After 293 days, the Niceville Campus of Emerald Coast Children’s Advocacy Center (ECCAC) has reopened. It can serve the vulnerable and abused children of Okaloosa County.
The facility had to close last summer because of a fire that burned – and flooded the building.
On May 5th, the building reopened with a ribbon-cutting ceremony and musical entertainment by the Ruckel Ambassadors.
“We live in a great community,” said Solange Arnett, a leader with ECCAC, “They’ve rallied around us and supported us.”
As a part of the renovation – the building was renamed after ECCAC’s leader of almost a quarter century, Julie Porterfield.
“I tried to talk them out of it,” Porterfield said with a laugh at the opening ceremony.
The center rechristened various parts of the restored building after the people and groups who helped the ECCAC continue their mission to advocate for children sexually or physically abused in Okaloosa County.
The facility was built by Randy Wise 23 years ago – and construction operations were managed once again by Luke Philpot – the same foreman who brought the original building into being in the early 2000s. For their efforts, the center named the Pathway of Courage – which every child must walk down to tell their story for the court – after the two men.
“We’re so happy to see this building back,” Philpot said to the crowd of about 100 who came to see the ribbon cutting, “It’s a beacon to this community. Julie Porterfield’s heart was for her staff and the children of Okaloosa County. We had to deal with a supply and workforce shortage to get [the rebuild after the fire] done. And COVID,” he added.”Randy told me, it doesn’t matter, take care of it- and the involvement we got from the community shows what kind of community we live in here in Niceville, Florida.”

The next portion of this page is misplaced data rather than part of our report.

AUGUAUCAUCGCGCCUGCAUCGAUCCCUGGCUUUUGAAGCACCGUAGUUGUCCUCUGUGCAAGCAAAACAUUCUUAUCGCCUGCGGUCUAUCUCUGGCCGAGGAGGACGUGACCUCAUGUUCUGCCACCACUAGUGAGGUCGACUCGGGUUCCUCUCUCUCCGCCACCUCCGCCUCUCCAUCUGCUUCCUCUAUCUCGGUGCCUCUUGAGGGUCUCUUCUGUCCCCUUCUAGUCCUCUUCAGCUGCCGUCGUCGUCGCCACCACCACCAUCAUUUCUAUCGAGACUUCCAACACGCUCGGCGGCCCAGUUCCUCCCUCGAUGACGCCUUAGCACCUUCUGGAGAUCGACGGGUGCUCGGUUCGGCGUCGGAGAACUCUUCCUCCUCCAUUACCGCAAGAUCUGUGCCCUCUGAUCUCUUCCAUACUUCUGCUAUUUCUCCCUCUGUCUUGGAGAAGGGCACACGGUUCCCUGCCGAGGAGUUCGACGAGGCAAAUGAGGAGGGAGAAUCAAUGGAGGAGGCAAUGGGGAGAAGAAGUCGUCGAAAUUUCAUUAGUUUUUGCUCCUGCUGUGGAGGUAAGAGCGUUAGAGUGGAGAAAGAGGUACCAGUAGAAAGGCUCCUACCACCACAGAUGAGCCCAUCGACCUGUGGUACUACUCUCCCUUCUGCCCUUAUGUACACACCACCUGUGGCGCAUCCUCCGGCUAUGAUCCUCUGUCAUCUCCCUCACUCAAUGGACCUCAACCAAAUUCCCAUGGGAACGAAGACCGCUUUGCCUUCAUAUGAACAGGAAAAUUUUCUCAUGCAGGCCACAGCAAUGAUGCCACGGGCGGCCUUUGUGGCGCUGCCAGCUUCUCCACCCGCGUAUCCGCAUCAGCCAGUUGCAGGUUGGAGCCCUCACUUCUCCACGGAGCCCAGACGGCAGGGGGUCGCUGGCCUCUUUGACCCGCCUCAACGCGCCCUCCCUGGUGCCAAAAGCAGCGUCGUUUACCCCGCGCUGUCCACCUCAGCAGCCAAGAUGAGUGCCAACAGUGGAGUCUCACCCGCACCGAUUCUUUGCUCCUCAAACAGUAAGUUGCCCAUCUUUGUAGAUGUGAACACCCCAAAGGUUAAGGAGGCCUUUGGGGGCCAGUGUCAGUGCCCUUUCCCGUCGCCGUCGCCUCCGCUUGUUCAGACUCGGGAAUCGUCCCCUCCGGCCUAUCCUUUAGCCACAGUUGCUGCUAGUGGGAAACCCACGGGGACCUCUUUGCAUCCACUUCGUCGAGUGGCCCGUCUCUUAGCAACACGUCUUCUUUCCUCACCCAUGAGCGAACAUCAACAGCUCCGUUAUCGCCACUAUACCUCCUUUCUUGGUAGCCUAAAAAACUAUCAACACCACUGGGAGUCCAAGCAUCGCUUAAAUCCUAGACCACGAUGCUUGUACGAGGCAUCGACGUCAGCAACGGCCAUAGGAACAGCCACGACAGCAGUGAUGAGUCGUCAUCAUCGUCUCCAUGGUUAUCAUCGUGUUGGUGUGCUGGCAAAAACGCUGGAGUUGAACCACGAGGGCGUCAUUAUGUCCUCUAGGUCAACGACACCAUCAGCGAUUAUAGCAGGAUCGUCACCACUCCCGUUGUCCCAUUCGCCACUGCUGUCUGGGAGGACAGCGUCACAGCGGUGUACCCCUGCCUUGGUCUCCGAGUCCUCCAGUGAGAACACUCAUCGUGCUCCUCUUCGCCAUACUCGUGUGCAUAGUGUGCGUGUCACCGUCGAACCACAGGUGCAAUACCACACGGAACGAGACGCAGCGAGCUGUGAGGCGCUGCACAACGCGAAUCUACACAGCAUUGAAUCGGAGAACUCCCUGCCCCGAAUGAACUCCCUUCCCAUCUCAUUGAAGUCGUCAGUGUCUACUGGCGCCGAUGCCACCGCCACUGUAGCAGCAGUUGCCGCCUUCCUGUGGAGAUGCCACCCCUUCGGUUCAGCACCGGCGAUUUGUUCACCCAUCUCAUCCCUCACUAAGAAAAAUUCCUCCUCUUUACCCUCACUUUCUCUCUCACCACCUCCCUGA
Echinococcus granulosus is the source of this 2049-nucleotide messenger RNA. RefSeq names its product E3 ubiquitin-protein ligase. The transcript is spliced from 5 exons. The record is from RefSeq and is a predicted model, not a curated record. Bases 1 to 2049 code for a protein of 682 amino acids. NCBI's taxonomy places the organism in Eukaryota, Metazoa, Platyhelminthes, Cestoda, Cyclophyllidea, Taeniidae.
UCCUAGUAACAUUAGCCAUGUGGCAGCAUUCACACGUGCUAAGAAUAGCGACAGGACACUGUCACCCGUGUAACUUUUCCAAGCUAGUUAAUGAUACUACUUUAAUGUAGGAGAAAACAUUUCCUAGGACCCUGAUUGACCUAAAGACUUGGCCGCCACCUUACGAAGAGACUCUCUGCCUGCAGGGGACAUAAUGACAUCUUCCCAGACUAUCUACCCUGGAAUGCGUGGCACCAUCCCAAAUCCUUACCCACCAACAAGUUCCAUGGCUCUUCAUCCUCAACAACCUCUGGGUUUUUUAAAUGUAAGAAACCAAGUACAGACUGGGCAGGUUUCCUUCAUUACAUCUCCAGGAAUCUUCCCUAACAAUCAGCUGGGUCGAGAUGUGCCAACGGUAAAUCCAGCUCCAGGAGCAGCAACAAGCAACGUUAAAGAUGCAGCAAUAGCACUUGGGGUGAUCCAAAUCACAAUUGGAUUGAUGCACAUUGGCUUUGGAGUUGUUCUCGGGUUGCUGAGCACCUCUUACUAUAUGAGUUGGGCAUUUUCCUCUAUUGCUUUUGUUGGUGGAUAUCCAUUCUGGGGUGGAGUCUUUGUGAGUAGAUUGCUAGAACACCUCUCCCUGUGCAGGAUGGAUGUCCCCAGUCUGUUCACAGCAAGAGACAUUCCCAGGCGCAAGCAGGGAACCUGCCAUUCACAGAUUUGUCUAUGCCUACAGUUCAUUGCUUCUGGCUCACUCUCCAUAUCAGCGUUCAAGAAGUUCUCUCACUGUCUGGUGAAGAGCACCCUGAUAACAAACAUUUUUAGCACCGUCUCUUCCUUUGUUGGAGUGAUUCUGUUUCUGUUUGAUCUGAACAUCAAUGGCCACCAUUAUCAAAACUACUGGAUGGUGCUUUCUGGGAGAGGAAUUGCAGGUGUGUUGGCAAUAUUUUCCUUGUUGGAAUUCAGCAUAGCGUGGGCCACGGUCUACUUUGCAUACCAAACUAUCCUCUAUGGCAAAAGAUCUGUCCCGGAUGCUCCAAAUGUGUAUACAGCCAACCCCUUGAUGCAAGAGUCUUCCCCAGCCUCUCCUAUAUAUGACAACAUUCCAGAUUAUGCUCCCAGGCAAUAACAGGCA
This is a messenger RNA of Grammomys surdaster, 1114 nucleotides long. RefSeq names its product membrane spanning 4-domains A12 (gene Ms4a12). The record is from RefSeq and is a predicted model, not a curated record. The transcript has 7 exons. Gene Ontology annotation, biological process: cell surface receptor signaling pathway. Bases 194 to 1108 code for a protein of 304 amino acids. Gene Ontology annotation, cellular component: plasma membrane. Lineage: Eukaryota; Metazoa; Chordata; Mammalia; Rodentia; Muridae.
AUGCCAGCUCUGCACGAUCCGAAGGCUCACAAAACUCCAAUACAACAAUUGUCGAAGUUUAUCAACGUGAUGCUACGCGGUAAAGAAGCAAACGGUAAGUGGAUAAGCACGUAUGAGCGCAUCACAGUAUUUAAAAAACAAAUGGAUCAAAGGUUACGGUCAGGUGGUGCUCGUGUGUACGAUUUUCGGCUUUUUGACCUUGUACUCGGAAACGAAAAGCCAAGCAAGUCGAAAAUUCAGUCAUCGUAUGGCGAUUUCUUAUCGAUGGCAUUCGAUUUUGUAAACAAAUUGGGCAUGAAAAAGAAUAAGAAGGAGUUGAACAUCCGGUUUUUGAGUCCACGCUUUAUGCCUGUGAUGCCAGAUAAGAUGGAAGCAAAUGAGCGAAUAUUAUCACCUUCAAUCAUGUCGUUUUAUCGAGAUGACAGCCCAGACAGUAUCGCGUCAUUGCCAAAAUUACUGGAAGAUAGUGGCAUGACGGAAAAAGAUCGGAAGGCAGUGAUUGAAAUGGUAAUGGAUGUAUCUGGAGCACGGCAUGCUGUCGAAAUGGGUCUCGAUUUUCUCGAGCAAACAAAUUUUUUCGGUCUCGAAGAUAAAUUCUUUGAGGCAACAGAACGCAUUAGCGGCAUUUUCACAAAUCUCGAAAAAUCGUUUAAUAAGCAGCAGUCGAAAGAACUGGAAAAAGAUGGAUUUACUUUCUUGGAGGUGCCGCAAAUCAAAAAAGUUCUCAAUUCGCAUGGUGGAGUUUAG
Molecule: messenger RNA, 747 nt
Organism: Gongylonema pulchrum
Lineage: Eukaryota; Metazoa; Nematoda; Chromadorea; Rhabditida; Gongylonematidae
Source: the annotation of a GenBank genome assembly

“I pray God’s blessing on this building – that it can continue to be the beacon it is to our community,” Philpot said at the end of his remarks.
Other parts of the facilities were named after Crosspoint Church, which allowed the ECCAC staffers to conduct victim interviews in their facilities, and Alan McGinnis – the original architect, died from cancer several years ago.
Members of the State attorney’s office and the Florida Department of Children and Families (DCF) also work within the facility. While the different representatives of the groups were scattered to the four winds while the facility was rebuilt – the work became much more complicated – due to the close nature of the work law enforcement, social workers, victim advocates, child psychologists, and ECCAC members perform.
Chief Deputy Kenneth LaPee of the Okaloosa County Sheriff’s Office noted that so much had changed since he and Sheriff Eric Aden were new deputies in the early 90s – thanks to this facility and the work that several agencies who are colocated there do. “No one in this community understand this need [for the ECCAC] like we do,” he said, “We encounter people who are broken. People in need of love and compassion and service. When we started, this facility was a dream. We would talk about how we didnt have a place where we could talk to people and get them the help they need. Now, we have this place.”
Despite the rebuild – the agencies needed by the children in crisis of Okaloosa County have needed this facility. This is a need demonstrated by how quickly the building has returned to full-time use. “This has been a really busy week for us,” said Angela Viramontes – with DCF, “We have kids [in the newly remodeled facility] right now. We’re going to make sure they are surrounded by love.
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